Directing Strategies for Closer
As noted here , an orthodox Brechtian approach, directing the Fabel of each scene, was not available, as the scenes themselves said little about the politics of the play itself. Brecht, however, doesn’t fall if discovering the scenes’ Fabel proves unproductive.
Inductive rehearsal allows directors to examine the progression of a scene, line by line, to tease out social details as exposed in the relationships on stage. The process, however, has to proceed from a clear sense of who is acting and what is at stake. Establishing the social contexts of the figures was an important starting point as it offered the scenes additional material to the speeches themselves. This then served as a basis for rehearsal aimed at experimenting with the different meanings of the lines when viewed from a social perspective.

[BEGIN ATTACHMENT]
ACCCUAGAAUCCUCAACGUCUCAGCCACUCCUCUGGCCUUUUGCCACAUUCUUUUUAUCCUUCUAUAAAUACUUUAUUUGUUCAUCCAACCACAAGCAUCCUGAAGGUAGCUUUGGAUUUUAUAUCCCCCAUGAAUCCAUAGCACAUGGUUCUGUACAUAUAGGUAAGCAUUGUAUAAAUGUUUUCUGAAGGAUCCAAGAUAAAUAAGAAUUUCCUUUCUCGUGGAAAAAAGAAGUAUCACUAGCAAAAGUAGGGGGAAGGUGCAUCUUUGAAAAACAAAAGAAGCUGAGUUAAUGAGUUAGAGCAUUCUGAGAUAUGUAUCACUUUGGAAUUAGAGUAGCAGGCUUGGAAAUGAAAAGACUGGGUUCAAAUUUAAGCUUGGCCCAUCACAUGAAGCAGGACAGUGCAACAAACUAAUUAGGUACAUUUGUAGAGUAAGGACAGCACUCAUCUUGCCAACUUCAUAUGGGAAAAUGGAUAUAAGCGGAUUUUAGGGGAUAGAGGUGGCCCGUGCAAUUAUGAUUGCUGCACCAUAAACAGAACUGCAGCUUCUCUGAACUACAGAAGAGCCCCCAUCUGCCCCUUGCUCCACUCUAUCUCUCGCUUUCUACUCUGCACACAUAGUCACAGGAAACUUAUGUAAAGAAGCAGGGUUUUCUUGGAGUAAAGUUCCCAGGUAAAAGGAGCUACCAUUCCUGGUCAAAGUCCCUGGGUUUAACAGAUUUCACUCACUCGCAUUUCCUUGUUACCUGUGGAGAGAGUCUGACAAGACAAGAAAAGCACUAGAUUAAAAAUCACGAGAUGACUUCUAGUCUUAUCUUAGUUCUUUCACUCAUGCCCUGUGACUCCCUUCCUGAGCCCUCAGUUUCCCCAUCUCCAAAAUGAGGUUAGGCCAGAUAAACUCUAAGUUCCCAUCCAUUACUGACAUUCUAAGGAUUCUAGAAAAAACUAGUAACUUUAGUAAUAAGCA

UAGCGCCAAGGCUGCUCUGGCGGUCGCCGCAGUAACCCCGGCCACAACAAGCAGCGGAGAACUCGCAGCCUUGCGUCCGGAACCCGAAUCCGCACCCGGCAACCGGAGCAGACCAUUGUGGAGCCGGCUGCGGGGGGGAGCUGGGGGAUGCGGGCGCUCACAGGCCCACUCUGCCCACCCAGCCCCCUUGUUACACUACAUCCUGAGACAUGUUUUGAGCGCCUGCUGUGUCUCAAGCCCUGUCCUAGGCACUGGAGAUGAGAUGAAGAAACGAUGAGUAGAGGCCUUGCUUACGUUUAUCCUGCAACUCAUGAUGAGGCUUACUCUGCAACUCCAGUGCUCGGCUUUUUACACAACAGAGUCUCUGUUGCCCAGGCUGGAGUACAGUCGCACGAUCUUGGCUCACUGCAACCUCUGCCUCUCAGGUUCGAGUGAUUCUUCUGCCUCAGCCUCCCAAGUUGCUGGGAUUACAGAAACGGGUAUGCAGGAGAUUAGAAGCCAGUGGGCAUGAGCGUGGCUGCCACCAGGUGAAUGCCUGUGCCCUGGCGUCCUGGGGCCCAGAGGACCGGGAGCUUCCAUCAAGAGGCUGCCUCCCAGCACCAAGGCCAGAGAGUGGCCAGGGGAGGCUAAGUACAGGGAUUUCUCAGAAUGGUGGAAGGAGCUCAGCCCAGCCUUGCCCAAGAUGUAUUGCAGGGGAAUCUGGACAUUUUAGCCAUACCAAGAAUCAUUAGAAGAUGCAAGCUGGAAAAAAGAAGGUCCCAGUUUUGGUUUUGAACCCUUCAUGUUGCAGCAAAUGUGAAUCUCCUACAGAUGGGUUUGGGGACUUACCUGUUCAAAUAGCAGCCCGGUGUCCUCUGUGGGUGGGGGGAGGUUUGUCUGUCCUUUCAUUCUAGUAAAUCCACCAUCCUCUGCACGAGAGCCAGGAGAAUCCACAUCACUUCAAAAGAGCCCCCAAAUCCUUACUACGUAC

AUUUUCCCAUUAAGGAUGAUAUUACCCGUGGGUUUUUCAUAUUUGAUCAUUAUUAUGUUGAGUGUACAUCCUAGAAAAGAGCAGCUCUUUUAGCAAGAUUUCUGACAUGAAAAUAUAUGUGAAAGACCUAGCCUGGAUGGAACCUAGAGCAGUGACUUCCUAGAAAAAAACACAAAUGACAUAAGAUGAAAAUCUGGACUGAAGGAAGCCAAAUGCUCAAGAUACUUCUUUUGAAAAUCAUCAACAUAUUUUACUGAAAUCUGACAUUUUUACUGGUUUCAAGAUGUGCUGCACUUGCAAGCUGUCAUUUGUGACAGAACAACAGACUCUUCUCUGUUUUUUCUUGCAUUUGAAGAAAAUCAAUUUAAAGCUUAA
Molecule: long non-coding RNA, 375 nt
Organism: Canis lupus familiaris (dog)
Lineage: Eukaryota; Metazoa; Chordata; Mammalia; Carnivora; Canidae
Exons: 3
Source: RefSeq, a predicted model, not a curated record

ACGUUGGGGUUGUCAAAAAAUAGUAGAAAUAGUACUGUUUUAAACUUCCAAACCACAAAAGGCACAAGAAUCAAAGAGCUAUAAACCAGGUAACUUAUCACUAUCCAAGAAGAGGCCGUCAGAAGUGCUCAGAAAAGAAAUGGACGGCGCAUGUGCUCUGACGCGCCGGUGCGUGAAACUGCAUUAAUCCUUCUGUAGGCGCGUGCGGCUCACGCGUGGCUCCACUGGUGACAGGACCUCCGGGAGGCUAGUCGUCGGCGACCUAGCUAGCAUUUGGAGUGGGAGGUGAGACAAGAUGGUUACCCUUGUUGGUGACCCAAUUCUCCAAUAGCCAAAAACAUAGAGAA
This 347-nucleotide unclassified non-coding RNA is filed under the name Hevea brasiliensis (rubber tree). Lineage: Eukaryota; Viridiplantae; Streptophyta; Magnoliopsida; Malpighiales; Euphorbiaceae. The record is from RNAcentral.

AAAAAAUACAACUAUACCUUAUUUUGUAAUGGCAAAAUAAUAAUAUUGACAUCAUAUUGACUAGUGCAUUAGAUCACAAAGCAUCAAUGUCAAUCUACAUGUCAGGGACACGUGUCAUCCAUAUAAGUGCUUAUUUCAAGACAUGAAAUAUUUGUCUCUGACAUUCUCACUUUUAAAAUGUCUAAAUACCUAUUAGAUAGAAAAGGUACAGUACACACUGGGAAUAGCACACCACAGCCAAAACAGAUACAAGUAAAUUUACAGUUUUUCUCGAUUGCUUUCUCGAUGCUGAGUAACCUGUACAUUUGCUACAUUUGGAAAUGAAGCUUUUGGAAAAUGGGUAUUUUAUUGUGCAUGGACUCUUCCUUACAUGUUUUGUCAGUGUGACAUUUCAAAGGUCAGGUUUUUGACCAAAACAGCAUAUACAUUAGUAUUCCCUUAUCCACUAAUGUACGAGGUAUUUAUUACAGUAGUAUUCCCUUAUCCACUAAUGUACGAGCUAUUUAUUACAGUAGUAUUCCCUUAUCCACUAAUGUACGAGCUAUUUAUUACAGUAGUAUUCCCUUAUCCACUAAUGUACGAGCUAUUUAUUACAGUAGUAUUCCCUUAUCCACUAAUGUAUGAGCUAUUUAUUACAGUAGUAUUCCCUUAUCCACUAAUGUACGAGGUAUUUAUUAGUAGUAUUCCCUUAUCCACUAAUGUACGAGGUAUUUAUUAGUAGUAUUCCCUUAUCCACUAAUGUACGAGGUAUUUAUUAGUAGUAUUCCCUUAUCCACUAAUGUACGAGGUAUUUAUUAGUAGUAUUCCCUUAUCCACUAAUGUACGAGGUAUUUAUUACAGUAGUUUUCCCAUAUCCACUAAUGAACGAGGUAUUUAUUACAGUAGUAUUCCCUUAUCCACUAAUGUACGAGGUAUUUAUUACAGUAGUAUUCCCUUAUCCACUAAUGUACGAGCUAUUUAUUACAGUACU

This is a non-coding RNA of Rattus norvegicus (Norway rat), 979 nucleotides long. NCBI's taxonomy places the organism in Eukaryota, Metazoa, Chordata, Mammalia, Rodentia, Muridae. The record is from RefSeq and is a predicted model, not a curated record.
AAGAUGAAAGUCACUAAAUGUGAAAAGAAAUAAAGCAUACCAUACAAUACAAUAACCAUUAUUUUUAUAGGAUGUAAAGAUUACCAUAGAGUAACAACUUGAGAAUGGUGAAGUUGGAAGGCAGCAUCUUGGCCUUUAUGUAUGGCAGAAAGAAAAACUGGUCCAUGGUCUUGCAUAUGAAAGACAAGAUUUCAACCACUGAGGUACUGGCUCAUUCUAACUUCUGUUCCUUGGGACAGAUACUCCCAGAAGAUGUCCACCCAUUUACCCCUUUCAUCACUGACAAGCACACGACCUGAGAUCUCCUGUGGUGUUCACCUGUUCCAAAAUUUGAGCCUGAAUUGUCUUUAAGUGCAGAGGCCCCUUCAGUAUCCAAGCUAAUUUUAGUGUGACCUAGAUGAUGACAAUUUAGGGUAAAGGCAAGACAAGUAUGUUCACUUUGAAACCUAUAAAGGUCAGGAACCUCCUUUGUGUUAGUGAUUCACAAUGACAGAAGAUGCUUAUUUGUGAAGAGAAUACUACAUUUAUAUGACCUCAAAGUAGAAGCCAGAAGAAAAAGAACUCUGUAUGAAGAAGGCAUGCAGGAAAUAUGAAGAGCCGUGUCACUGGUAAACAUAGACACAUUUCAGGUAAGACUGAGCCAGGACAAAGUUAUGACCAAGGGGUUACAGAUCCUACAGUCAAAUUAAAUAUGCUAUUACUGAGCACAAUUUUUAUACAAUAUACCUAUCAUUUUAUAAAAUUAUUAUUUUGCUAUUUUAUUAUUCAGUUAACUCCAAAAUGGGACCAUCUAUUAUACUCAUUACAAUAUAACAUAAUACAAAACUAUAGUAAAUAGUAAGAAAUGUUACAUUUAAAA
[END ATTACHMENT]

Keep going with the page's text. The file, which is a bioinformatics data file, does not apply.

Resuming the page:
Rehearsal was thus focused on how social position affected the action. The results were not, however, inevitable. That is, the figures’ social position doesn’t lead to a definite way of behaving, as everyone has a range of choices as to how to respond to something. That is, being at the top or bottom of the social pile doesn’t mean that one always succeeds or fails, respectively. Instead, an acknowledgement of social position can enhance the realism of a scene by locating decisions or actions in their concrete social context. Consequently, the social becomes a focus and invites the audience to consider that frame as a contributory influence on the action itself.
Here are some examples of how a sensitivity to the social stakes of a scene can affect performance:
Alice had previously mistaken Larry for a waiter, confusing a middle-class dermatologist with a working-class server. Alice then put on her posh accent to satirize the way the exhibition turned suffering and loneliness into something beautiful to look at. Larry then joined in by playing Alice’s game. Larry thus ridiculed the event that was showing his partner’s work. Larry thus presents himself as a social hypocrite – happy to mock proceedings to win favour from Alice, while, later in the scene, revealing his desire to please Anna’s socially superior parents. Suffice it to say, there is no direction in the text for either to affect a posh accent.
Direction also emphasized a Brechtian focus on process, a topic discussed here.